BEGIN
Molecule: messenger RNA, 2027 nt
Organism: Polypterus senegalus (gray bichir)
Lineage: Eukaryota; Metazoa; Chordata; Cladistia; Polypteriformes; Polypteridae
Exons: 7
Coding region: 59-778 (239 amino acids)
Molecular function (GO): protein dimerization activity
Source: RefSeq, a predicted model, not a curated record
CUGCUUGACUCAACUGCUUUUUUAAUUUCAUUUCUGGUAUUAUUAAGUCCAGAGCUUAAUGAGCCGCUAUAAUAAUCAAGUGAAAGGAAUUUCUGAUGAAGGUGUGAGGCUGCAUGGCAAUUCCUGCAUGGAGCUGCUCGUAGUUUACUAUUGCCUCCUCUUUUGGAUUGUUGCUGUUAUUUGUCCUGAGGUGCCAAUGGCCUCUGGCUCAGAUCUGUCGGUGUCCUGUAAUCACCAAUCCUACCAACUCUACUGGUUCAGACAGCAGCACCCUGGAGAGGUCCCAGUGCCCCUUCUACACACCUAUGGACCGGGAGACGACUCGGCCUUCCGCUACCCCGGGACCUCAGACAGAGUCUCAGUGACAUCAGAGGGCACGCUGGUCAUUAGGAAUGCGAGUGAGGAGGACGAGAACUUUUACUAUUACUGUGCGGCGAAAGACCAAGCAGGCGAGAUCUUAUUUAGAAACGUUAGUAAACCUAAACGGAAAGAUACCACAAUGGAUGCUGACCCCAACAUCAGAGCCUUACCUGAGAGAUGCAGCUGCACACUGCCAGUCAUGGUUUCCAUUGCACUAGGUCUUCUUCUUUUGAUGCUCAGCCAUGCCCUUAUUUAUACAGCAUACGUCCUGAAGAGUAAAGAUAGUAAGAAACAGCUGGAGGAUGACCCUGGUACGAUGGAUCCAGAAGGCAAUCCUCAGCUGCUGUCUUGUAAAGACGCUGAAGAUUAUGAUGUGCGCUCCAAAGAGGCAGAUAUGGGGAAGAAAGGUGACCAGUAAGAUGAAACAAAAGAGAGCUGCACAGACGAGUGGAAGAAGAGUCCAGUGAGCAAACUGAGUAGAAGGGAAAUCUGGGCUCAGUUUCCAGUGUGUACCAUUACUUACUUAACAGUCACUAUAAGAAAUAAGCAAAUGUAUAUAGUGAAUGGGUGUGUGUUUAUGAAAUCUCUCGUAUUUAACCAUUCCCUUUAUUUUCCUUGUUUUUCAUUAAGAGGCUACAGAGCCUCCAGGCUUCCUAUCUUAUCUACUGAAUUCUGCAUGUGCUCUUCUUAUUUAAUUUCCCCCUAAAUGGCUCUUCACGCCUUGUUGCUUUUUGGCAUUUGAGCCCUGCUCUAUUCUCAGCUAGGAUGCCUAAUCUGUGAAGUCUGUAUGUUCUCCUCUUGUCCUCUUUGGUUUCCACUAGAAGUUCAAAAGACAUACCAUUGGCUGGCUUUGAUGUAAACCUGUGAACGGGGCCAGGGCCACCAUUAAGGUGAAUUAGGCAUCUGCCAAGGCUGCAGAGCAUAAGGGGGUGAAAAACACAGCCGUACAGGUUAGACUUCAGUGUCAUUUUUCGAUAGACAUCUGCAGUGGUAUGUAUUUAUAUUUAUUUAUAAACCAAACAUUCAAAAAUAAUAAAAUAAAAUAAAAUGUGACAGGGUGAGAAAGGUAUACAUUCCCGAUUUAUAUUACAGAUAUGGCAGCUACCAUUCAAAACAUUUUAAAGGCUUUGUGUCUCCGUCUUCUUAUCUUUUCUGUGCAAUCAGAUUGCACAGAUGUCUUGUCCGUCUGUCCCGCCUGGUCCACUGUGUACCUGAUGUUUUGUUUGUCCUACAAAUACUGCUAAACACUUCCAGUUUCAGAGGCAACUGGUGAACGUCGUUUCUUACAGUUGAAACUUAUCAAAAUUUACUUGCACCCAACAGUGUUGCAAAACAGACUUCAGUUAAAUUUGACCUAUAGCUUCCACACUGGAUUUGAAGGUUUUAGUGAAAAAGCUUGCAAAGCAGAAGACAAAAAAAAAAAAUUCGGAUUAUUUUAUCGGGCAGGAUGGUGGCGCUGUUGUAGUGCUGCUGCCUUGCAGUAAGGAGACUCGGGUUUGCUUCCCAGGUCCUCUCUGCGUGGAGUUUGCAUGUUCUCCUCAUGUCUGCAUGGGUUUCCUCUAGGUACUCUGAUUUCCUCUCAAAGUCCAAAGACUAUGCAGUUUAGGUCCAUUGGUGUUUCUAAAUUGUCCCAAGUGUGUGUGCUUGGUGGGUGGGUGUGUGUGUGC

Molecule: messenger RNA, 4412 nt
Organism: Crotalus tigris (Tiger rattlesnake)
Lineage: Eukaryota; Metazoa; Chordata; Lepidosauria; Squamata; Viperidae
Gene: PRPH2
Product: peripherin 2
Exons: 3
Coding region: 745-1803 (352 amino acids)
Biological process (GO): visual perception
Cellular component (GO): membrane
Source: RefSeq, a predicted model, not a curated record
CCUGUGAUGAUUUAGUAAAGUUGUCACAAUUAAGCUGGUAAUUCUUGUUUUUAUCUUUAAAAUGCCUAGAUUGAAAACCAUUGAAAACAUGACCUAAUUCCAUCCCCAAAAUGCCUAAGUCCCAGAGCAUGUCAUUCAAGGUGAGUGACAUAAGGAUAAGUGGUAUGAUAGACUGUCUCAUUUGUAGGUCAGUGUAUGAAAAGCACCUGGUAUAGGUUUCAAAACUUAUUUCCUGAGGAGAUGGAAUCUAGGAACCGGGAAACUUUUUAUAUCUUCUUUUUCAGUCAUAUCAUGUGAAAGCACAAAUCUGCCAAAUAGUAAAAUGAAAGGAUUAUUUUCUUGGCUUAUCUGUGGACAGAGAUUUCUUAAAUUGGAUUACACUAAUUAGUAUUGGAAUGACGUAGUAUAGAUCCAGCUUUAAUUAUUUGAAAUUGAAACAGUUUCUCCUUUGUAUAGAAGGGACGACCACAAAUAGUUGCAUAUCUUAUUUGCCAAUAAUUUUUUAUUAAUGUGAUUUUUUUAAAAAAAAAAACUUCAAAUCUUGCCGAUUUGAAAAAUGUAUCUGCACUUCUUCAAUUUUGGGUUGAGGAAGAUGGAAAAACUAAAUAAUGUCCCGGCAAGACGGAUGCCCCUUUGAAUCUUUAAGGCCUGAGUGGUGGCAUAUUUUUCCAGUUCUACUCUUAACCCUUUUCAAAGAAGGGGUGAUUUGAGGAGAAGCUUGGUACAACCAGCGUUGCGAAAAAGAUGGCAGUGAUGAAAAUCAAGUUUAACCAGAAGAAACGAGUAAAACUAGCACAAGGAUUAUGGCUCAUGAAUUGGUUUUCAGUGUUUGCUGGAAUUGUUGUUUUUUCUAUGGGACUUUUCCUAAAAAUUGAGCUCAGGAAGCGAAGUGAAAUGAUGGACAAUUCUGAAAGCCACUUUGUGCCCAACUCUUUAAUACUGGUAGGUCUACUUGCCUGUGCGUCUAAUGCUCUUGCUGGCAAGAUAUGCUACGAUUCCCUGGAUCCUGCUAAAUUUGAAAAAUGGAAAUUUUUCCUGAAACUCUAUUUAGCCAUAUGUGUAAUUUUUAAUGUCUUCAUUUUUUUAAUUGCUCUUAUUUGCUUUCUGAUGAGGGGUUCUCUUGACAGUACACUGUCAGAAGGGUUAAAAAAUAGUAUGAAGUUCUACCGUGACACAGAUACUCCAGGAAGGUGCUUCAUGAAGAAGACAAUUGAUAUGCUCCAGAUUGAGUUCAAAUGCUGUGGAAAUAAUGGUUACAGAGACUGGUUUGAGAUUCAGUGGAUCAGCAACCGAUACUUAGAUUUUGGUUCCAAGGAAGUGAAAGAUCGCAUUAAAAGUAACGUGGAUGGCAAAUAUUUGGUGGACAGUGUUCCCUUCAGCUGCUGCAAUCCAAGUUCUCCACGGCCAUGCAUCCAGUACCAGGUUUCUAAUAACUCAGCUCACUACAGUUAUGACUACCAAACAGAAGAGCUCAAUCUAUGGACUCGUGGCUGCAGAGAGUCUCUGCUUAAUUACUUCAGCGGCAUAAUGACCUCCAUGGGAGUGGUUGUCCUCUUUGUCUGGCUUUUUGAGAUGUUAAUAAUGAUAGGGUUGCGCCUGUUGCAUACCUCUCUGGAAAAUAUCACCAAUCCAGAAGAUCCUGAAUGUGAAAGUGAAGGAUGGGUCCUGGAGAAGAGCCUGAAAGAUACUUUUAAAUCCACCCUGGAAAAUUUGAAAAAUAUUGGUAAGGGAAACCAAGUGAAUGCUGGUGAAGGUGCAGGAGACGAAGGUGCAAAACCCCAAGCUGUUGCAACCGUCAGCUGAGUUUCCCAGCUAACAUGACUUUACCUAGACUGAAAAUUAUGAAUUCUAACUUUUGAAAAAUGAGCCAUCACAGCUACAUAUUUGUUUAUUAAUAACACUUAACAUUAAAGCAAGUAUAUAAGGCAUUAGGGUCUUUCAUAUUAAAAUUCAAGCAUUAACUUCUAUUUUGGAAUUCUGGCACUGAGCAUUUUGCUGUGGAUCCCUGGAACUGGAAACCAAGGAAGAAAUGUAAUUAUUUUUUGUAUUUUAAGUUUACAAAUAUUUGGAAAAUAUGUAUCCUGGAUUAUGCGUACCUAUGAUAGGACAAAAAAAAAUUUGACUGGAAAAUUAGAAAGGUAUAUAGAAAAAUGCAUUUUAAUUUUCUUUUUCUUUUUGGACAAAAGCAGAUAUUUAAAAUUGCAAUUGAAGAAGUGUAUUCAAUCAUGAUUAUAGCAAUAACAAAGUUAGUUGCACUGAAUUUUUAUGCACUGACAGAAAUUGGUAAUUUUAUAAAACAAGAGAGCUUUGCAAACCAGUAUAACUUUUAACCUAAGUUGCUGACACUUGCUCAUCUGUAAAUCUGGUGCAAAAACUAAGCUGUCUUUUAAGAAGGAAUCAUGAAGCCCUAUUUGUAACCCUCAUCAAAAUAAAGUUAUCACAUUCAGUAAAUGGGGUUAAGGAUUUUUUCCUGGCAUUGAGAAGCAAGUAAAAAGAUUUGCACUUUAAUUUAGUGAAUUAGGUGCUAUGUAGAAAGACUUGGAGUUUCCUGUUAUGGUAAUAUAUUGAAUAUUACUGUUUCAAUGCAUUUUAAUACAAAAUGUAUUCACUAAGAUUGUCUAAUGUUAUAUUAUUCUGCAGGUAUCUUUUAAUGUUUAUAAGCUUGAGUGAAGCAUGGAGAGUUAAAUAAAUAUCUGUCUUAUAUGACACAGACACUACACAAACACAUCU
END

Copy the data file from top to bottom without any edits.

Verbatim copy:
Molecule: messenger RNA, 2027 nt
Organism: Polypterus senegalus (gray bichir)
Lineage: Eukaryota; Metazoa; Chordata; Cladistia; Polypteriformes; Polypteridae
Exons: 7
Coding region: 59-778 (239 amino acids)
Molecular function (GO): protein dimerization activity
Source: RefSeq, a predicted model, not a curated record
CUGCUUGACUCAACUGCUUUUUUAAUUUCAUUUCUGGUAUUAUUAAGUCCAGAGCUUAAUGAGCCGCUAUAAUAAUCAAGUGAAAGGAAUUUCUGAUGAAGGUGUGAGGCUGCAUGGCAAUUCCUGCAUGGAGCUGCUCGUAGUUUACUAUUGCCUCCUCUUUUGGAUUGUUGCUGUUAUUUGUCCUGAGGUGCCAAUGGCCUCUGGCUCAGAUCUGUCGGUGUCCUGUAAUCACCAAUCCUACCAACUCUACUGGUUCAGACAGCAGCACCCUGGAGAGGUCCCAGUGCCCCUUCUACACACCUAUGGACCGGGAGACGACUCGGCCUUCCGCUACCCCGGGACCUCAGACAGAGUCUCAGUGACAUCAGAGGGCACGCUGGUCAUUAGGAAUGCGAGUGAGGAGGACGAGAACUUUUACUAUUACUGUGCGGCGAAAGACCAAGCAGGCGAGAUCUUAUUUAGAAACGUUAGUAAACCUAAACGGAAAGAUACCACAAUGGAUGCUGACCCCAACAUCAGAGCCUUACCUGAGAGAUGCAGCUGCACACUGCCAGUCAUGGUUUCCAUUGCACUAGGUCUUCUUCUUUUGAUGCUCAGCCAUGCCCUUAUUUAUACAGCAUACGUCCUGAAGAGUAAAGAUAGUAAGAAACAGCUGGAGGAUGACCCUGGUACGAUGGAUCCAGAAGGCAAUCCUCAGCUGCUGUCUUGUAAAGACGCUGAAGAUUAUGAUGUGCGCUCCAAAGAGGCAGAUAUGGGGAAGAAAGGUGACCAGUAAGAUGAAACAAAAGAGAGCUGCACAGACGAGUGGAAGAAGAGUCCAGUGAGCAAACUGAGUAGAAGGGAAAUCUGGGCUCAGUUUCCAGUGUGUACCAUUACUUACUUAACAGUCACUAUAAGAAAUAAGCAAAUGUAUAUAGUGAAUGGGUGUGUGUUUAUGAAAUCUCUCGUAUUUAACCAUUCCCUUUAUUUUCCUUGUUUUUCAUUAAGAGGCUACAGAGCCUCCAGGCUUCCUAUCUUAUCUACUGAAUUCUGCAUGUGCUCUUCUUAUUUAAUUUCCCCCUAAAUGGCUCUUCACGCCUUGUUGCUUUUUGGCAUUUGAGCCCUGCUCUAUUCUCAGCUAGGAUGCCUAAUCUGUGAAGUCUGUAUGUUCUCCUCUUGUCCUCUUUGGUUUCCACUAGAAGUUCAAAAGACAUACCAUUGGCUGGCUUUGAUGUAAACCUGUGAACGGGGCCAGGGCCACCAUUAAGGUGAAUUAGGCAUCUGCCAAGGCUGCAGAGCAUAAGGGGGUGAAAAACACAGCCGUACAGGUUAGACUUCAGUGUCAUUUUUCGAUAGACAUCUGCAGUGGUAUGUAUUUAUAUUUAUUUAUAAACCAAACAUUCAAAAAUAAUAAAAUAAAAUAAAAUGUGACAGGGUGAGAAAGGUAUACAUUCCCGAUUUAUAUUACAGAUAUGGCAGCUACCAUUCAAAACAUUUUAAAGGCUUUGUGUCUCCGUCUUCUUAUCUUUUCUGUGCAAUCAGAUUGCACAGAUGUCUUGUCCGUCUGUCCCGCCUGGUCCACUGUGUACCUGAUGUUUUGUUUGUCCUACAAAUACUGCUAAACACUUCCAGUUUCAGAGGCAACUGGUGAACGUCGUUUCUUACAGUUGAAACUUAUCAAAAUUUACUUGCACCCAACAGUGUUGCAAAACAGACUUCAGUUAAAUUUGACCUAUAGCUUCCACACUGGAUUUGAAGGUUUUAGUGAAAAAGCUUGCAAAGCAGAAGACAAAAAAAAAAAAUUCGGAUUAUUUUAUCGGGCAGGAUGGUGGCGCUGUUGUAGUGCUGCUGCCUUGCAGUAAGGAGACUCGGGUUUGCUUCCCAGGUCCUCUCUGCGUGGAGUUUGCAUGUUCUCCUCAUGUCUGCAUGGGUUUCCUCUAGGUACUCUGAUUUCCUCUCAAAGUCCAAAGACUAUGCAGUUUAGGUCCAUUGGUGUUUCUAAAUUGUCCCAAGUGUGUGUGCUUGGUGGGUGGGUGUGUGUGUGC

Molecule: messenger RNA, 4412 nt
Organism: Crotalus tigris (Tiger rattlesnake)
Lineage: Eukaryota; Metazoa; Chordata; Lepidosauria; Squamata; Viperidae
Gene: PRPH2
Product: peripherin 2
Exons: 3
Coding region: 745-1803 (352 amino acids)
Biological process (GO): visual perception
Cellular component (GO): membrane
Source: RefSeq, a predicted model, not a curated record
CCUGUGAUGAUUUAGUAAAGUUGUCACAAUUAAGCUGGUAAUUCUUGUUUUUAUCUUUAAAAUGCCUAGAUUGAAAACCAUUGAAAACAUGACCUAAUUCCAUCCCCAAAAUGCCUAAGUCCCAGAGCAUGUCAUUCAAGGUGAGUGACAUAAGGAUAAGUGGUAUGAUAGACUGUCUCAUUUGUAGGUCAGUGUAUGAAAAGCACCUGGUAUAGGUUUCAAAACUUAUUUCCUGAGGAGAUGGAAUCUAGGAACCGGGAAACUUUUUAUAUCUUCUUUUUCAGUCAUAUCAUGUGAAAGCACAAAUCUGCCAAAUAGUAAAAUGAAAGGAUUAUUUUCUUGGCUUAUCUGUGGACAGAGAUUUCUUAAAUUGGAUUACACUAAUUAGUAUUGGAAUGACGUAGUAUAGAUCCAGCUUUAAUUAUUUGAAAUUGAAACAGUUUCUCCUUUGUAUAGAAGGGACGACCACAAAUAGUUGCAUAUCUUAUUUGCCAAUAAUUUUUUAUUAAUGUGAUUUUUUUAAAAAAAAAAACUUCAAAUCUUGCCGAUUUGAAAAAUGUAUCUGCACUUCUUCAAUUUUGGGUUGAGGAAGAUGGAAAAACUAAAUAAUGUCCCGGCAAGACGGAUGCCCCUUUGAAUCUUUAAGGCCUGAGUGGUGGCAUAUUUUUCCAGUUCUACUCUUAACCCUUUUCAAAGAAGGGGUGAUUUGAGGAGAAGCUUGGUACAACCAGCGUUGCGAAAAAGAUGGCAGUGAUGAAAAUCAAGUUUAACCAGAAGAAACGAGUAAAACUAGCACAAGGAUUAUGGCUCAUGAAUUGGUUUUCAGUGUUUGCUGGAAUUGUUGUUUUUUCUAUGGGACUUUUCCUAAAAAUUGAGCUCAGGAAGCGAAGUGAAAUGAUGGACAAUUCUGAAAGCCACUUUGUGCCCAACUCUUUAAUACUGGUAGGUCUACUUGCCUGUGCGUCUAAUGCUCUUGCUGGCAAGAUAUGCUACGAUUCCCUGGAUCCUGCUAAAUUUGAAAAAUGGAAAUUUUUCCUGAAACUCUAUUUAGCCAUAUGUGUAAUUUUUAAUGUCUUCAUUUUUUUAAUUGCUCUUAUUUGCUUUCUGAUGAGGGGUUCUCUUGACAGUACACUGUCAGAAGGGUUAAAAAAUAGUAUGAAGUUCUACCGUGACACAGAUACUCCAGGAAGGUGCUUCAUGAAGAAGACAAUUGAUAUGCUCCAGAUUGAGUUCAAAUGCUGUGGAAAUAAUGGUUACAGAGACUGGUUUGAGAUUCAGUGGAUCAGCAACCGAUACUUAGAUUUUGGUUCCAAGGAAGUGAAAGAUCGCAUUAAAAGUAACGUGGAUGGCAAAUAUUUGGUGGACAGUGUUCCCUUCAGCUGCUGCAAUCCAAGUUCUCCACGGCCAUGCAUCCAGUACCAGGUUUCUAAUAACUCAGCUCACUACAGUUAUGACUACCAAACAGAAGAGCUCAAUCUAUGGACUCGUGGCUGCAGAGAGUCUCUGCUUAAUUACUUCAGCGGCAUAAUGACCUCCAUGGGAGUGGUUGUCCUCUUUGUCUGGCUUUUUGAGAUGUUAAUAAUGAUAGGGUUGCGCCUGUUGCAUACCUCUCUGGAAAAUAUCACCAAUCCAGAAGAUCCUGAAUGUGAAAGUGAAGGAUGGGUCCUGGAGAAGAGCCUGAAAGAUACUUUUAAAUCCACCCUGGAAAAUUUGAAAAAUAUUGGUAAGGGAAACCAAGUGAAUGCUGGUGAAGGUGCAGGAGACGAAGGUGCAAAACCCCAAGCUGUUGCAACCGUCAGCUGAGUUUCCCAGCUAACAUGACUUUACCUAGACUGAAAAUUAUGAAUUCUAACUUUUGAAAAAUGAGCCAUCACAGCUACAUAUUUGUUUAUUAAUAACACUUAACAUUAAAGCAAGUAUAUAAGGCAUUAGGGUCUUUCAUAUUAAAAUUCAAGCAUUAACUUCUAUUUUGGAAUUCUGGCACUGAGCAUUUUGCUGUGGAUCCCUGGAACUGGAAACCAAGGAAGAAAUGUAAUUAUUUUUUGUAUUUUAAGUUUACAAAUAUUUGGAAAAUAUGUAUCCUGGAUUAUGCGUACCUAUGAUAGGACAAAAAAAAAUUUGACUGGAAAAUUAGAAAGGUAUAUAGAAAAAUGCAUUUUAAUUUUCUUUUUCUUUUUGGACAAAAGCAGAUAUUUAAAAUUGCAAUUGAAGAAGUGUAUUCAAUCAUGAUUAUAGCAAUAACAAAGUUAGUUGCACUGAAUUUUUAUGCACUGACAGAAAUUGGUAAUUUUAUAAAACAAGAGAGCUUUGCAAACCAGUAUAACUUUUAACCUAAGUUGCUGACACUUGCUCAUCUGUAAAUCUGGUGCAAAAACUAAGCUGUCUUUUAAGAAGGAAUCAUGAAGCCCUAUUUGUAACCCUCAUCAAAAUAAAGUUAUCACAUUCAGUAAAUGGGGUUAAGGAUUUUUUCCUGGCAUUGAGAAGCAAGUAAAAAGAUUUGCACUUUAAUUUAGUGAAUUAGGUGCUAUGUAGAAAGACUUGGAGUUUCCUGUUAUGGUAAUAUAUUGAAUAUUACUGUUUCAAUGCAUUUUAAUACAAAAUGUAUUCACUAAGAUUGUCUAAUGUUAUAUUAUUCUGCAGGUAUCUUUUAAUGUUUAUAAGCUUGAGUGAAGCAUGGAGAGUUAAAUAAAUAUCUGUCUUAUAUGACACAGACACUACACAAACACAUCU